‘Judicial consultants’ offer student counsel
By Amanda Young, The Dartmouth Staff
Published on Friday, September 28, 2012
With new College alcohol and hazing policies threatening to increase instances of judicial action against students and student organizations this year, students are becoming more aware of the College’s judicial process, even looking into hiring outside consultants to help with the process in the event of a hearing. While the College permits students accused of misconduct to pay for advice on the disciplinary process from outside attorneys or consultants, the Undergraduate Judicial Affairs Office provides students with numerous resources to prepare for Committee on Standards and Organizational Adjudication Committee hearings, Director of Undergraduate Judicial Affairs Nathan Miller said.
Private consulting firms, such as College Judicial Consultants, offer their services to students undergoing disciplinary action at universities across the country, according to College Judicial Consultants founder and president Dave Kennedy.
Kennedy started College Judicial Consultants in January in response to his experience as chief judicial officer at the Massachusetts Institute of Technology. University judicial offices often prioritize their universities over accused students, he said.
“What I noticed was not just with me, but across the country, the obligation of the discipline office is to the institution,” he said.
Students accused of misconduct at the College have access to resources about the disciplinary process provided by the UJAO, which functions as a facilitator and has no role in administering sanctions for serious misconduct, according to Miller. Once the UJAO receives information about a potential violation of the College’s Standards of Conduct, it notifies students and provides them with a package of allegation materials, including information about students’ rights and responsibilities. All accused students receive an advising manual that provides an overview of the process and provides information for students. The UJAO also connects students with appropriate assistance, including undergraduate deans, counseling services at Dick’s House, faculty members and administrators, according to Miller.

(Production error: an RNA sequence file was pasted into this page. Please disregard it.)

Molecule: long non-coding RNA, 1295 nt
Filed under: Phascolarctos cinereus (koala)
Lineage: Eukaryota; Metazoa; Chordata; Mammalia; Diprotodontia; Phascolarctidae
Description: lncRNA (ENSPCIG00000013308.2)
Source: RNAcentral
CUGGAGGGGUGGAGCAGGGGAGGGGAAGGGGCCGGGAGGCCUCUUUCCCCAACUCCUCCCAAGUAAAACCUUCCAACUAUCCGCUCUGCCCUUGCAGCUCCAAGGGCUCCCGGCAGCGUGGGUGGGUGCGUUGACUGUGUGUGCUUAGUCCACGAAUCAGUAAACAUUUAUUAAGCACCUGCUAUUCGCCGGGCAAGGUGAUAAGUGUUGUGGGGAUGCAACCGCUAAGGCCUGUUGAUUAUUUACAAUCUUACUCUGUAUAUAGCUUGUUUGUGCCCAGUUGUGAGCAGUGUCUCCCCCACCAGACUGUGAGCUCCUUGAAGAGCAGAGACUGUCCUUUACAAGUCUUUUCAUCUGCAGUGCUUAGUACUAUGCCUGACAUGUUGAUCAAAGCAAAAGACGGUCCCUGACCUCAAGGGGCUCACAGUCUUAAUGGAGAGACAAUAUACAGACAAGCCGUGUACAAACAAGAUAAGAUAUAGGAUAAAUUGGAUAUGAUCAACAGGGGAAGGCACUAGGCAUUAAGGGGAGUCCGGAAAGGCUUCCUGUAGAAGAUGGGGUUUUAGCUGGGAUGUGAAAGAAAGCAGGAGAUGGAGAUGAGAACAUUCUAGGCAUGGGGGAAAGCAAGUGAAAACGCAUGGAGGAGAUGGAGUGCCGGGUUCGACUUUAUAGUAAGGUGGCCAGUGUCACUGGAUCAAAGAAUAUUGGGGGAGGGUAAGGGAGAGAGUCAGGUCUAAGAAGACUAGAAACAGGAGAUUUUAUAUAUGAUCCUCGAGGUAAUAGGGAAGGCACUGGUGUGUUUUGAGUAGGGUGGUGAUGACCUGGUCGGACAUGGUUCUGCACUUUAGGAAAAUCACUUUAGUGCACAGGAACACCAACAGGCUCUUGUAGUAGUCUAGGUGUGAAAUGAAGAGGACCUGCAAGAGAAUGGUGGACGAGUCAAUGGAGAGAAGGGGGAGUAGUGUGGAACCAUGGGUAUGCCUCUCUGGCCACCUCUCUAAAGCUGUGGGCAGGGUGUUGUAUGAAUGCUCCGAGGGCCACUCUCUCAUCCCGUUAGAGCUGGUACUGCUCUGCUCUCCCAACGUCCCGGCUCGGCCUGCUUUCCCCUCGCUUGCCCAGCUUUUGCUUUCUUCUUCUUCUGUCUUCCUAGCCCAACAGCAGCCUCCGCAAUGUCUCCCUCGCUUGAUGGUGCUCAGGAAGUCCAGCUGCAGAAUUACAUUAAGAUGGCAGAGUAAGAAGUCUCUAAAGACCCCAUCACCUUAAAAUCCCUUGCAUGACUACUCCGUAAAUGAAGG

Students are allowed to select an advisor who must be a current member of the Dartmouth community to provide guidance throughout the disciplinary process, according to Miller. Students typically choose their undergraduate deans because of their knowledge of the process, and the UJAO assists unfamiliar advisors to ensure that students receive accurate information, Miller said.
“What we try to do is connect them with people that are familiar with the process so they can get the best advice and guidance,” he said.
Students can also have a non-speaking observer, often a close friend, present during the hearing for comfort, according to Miller.
While the advising resources provided to the accused are often sufficient, students are sometimes unable to advocate for themselves freely because they are nervous, lack experience or find the disciplinary system foreign, Kennedy said.
“If a student isn’t ready to participate properly, it does not matter how fair the process is — the outcome is not likely to be satisfactory,” he said.
Since forming, College Judicial Consultants has assisted both individual students and Greek organizations with issues such as plagiarism, harassment and drug and alcohol non-compliance, Kennedy said. College Judicial Consultants’ clientele consists mostly of students attending well-regarded institutions, although no Dartmouth students have used their resources, according to Kennedy.
College Judicial Consultants will research the client’s institution and disciplinary system prior to offering advice, Kennedy said.
The company’s fees for consultation services range from $100 for an initial pre-meeting consultation to $500 for a full consultation package, which includes 24-hour access, a pre-meeting consultation, response preparation and revision, hearing preparation, appeals preparation and transition planning, according to the organization’s website. Clients can also pay anywhere from $200 to over $1,000 extra for an individual meeting with a consultant or for their attendance at a hearing.
Jessica Womack ’14, a student representative on the COS, said that the UJAO provides both the accuser and the accused with sufficient resources. “I think it’s a process that is kind of nebulous until you get to the point where you would have to encounter it or go through it,” she said. “At that point, they’re really accommodating and forthcoming with all the information.”
Miller said that students are free to seek outside resources for their cases if they feel it is necessary.
“We don’t initiate that conversation past our internal resources with the undergraduate deans and parents in terms of notification that a student has an issue going, but we do encourage them to talk to anyone that they would like to about this incident,” Miller said.
Most students with pending criminal charges and some who are only facing College disciplinary hearings consult an attorney, according to Miller.
Miller said that students can seek advice from outside consultants if they so choose, but he encourages them to make sure they receive accurate information.
“If they’re paying for those services, I would encourage a student to ensure that person they are paying for is familiar with our process,” he said.
Womack said she does not believe it is necessary for students reporting to the OAC or COS to seek outside help from consultants.
“I can’t imagine it would be any different or any more helpful than having an academic advocate who knows Dartmouth’s intricacies,” she said.